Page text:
Spike Jonze's Her (Warner Bros., 126 min.) is being hailed as one of the funniest, most delightful, and best films you'll see all year. It's also the only one in which you'll get to see Joaquin Phoenix have sex with a computer.
The sci-fi romance is set in futuristic Los Angeles and tells the story of Theodore Twombly (Phoenix), a heartbroken man who falls in love with Samantha, the disembodied voice and personality of his computer and smartphone operating system. The "OS" (voiced by Scarlett Johansson) engages in a lot of playful, affectionate, and human conversation with Theodore, and you can listen to some of it here:
Samantha and Theodore do all the serious-relationship-y stuff that comes standard: They go on double dates, embark on mild adventures, argue from time to time, and, yes, make glorious love. (Theodore has something of an out-of-body experience when they consummate their relationship.)
Understandably, the fictional Samantha has attracted comparisons to the real-life Siri, which is the artificially intelligent, often female-voiced personal assistant that is supported on many of Apple's iPhones and iPads. You can ask Siri to do things for you and you can have conversations with Siri. Siri is also known for its love of libertarian icon Ron Paul, and for advising a befuddled Zooey Deschanel.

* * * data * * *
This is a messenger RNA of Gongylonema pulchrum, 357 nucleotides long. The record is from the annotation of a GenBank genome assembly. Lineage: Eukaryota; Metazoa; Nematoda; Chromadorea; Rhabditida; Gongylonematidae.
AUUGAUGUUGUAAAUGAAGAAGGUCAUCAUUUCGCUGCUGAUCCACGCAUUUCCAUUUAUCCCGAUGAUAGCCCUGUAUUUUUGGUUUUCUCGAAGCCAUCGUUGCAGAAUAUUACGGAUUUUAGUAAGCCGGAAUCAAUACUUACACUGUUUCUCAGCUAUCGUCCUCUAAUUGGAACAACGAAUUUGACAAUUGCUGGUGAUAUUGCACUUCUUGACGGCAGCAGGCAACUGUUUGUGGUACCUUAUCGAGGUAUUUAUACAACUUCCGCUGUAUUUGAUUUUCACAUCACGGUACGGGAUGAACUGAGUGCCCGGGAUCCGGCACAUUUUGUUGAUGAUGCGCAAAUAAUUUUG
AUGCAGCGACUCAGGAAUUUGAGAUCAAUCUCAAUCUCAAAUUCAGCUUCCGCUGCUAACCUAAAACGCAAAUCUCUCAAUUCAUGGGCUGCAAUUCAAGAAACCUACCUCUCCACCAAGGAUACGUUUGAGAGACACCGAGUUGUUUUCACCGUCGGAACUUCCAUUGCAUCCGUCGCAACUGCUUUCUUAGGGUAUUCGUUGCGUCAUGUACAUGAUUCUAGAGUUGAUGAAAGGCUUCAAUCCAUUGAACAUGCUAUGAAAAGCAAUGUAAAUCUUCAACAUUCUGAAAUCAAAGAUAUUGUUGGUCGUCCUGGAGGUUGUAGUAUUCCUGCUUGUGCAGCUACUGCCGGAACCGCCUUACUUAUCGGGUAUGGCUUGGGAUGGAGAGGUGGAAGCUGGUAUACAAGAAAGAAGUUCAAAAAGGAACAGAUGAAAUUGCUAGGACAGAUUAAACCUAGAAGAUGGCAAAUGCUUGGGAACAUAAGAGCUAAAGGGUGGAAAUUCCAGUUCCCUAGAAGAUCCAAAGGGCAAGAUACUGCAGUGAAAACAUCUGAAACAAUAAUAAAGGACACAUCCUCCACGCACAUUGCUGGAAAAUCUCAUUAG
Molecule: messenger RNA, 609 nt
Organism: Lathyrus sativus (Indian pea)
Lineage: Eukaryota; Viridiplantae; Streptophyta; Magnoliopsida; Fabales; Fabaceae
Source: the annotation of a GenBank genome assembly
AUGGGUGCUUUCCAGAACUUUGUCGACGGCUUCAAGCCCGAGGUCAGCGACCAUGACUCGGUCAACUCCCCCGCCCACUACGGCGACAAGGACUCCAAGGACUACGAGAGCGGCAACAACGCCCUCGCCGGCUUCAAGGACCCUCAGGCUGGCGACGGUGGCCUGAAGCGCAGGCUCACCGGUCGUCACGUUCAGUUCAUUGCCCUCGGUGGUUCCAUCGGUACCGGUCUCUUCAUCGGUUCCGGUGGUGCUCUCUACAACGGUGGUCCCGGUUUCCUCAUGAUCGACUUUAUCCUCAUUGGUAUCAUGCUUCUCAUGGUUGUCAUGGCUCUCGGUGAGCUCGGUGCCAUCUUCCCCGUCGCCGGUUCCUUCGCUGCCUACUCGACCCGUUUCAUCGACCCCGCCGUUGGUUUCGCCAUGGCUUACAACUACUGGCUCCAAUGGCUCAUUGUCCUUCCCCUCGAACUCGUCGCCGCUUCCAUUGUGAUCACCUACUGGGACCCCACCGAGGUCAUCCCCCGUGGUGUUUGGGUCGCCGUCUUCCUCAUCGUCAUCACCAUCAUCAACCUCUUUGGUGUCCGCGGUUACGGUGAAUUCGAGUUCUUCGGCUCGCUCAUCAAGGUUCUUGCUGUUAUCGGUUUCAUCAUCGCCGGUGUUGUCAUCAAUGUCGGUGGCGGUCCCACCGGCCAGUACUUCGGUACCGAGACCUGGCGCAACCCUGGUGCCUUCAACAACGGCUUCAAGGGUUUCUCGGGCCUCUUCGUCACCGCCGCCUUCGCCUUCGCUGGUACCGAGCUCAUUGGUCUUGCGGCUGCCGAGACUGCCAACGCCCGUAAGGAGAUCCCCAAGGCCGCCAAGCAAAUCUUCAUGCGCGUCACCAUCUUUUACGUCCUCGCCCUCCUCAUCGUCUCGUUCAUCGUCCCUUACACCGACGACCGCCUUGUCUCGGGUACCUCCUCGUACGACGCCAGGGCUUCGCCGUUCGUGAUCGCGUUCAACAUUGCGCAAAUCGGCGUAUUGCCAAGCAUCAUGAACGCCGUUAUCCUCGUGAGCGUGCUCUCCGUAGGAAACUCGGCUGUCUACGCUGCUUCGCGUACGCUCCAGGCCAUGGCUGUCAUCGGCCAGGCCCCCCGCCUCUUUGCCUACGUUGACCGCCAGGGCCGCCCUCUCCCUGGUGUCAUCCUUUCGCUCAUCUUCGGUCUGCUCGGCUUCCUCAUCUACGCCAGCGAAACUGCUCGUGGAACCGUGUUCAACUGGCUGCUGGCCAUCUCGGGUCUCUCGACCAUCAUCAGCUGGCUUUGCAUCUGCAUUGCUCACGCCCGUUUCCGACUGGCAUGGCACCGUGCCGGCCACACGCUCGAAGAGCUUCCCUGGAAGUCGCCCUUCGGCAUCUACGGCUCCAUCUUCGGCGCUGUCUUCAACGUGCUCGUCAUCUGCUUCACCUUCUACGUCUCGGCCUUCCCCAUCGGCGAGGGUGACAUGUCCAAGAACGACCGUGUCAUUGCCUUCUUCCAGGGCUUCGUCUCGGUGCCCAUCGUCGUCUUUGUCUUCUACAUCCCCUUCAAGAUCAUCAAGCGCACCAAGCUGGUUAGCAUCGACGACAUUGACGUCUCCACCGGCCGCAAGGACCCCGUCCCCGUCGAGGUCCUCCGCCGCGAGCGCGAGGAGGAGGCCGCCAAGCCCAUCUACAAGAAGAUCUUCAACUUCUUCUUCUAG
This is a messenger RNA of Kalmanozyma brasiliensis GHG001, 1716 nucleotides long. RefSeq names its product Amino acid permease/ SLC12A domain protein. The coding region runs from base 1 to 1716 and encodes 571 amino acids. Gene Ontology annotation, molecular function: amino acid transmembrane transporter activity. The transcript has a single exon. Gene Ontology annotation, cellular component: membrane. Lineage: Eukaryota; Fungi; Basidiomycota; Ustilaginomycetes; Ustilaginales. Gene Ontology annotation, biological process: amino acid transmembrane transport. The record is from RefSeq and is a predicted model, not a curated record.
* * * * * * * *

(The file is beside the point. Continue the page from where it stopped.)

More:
So, yeah, Samantha is like a super-advanced Siri, voiced by ScarJo. (Jonze's story was actually first inspired by instant-messaging technology that he discovered years before Siri came along.) "Some filmmakers create art that reflects the world [while] Spike Jonze (Being John Malkovich, Adaptation) creates movies that make us see the world in startling new ways," gushed Rolling Stone critic Peter Travers. Fair enough. But did all his years of bringing Her to life lead Jonze to view the world—specifically, technology like Siri and Samantha—in a new light? Jonze was nice enough to humor me about this subject when he was in Washington, DC, last week for a Q&A session. Our conversation is posted below.
Me: After spending so much time making this movie, do you now look at, say, Siri any differently, whether sexually, emotionally, or intellectually?
Jonze: All the above! (Chuckles.) Actually, no, not at all. I mean, it's such a different thing [from what's in Her]. And Siri, it doesn't really do all that much. So… no.
Me: So no new urges, then?
There you have it, in case you were dying to know.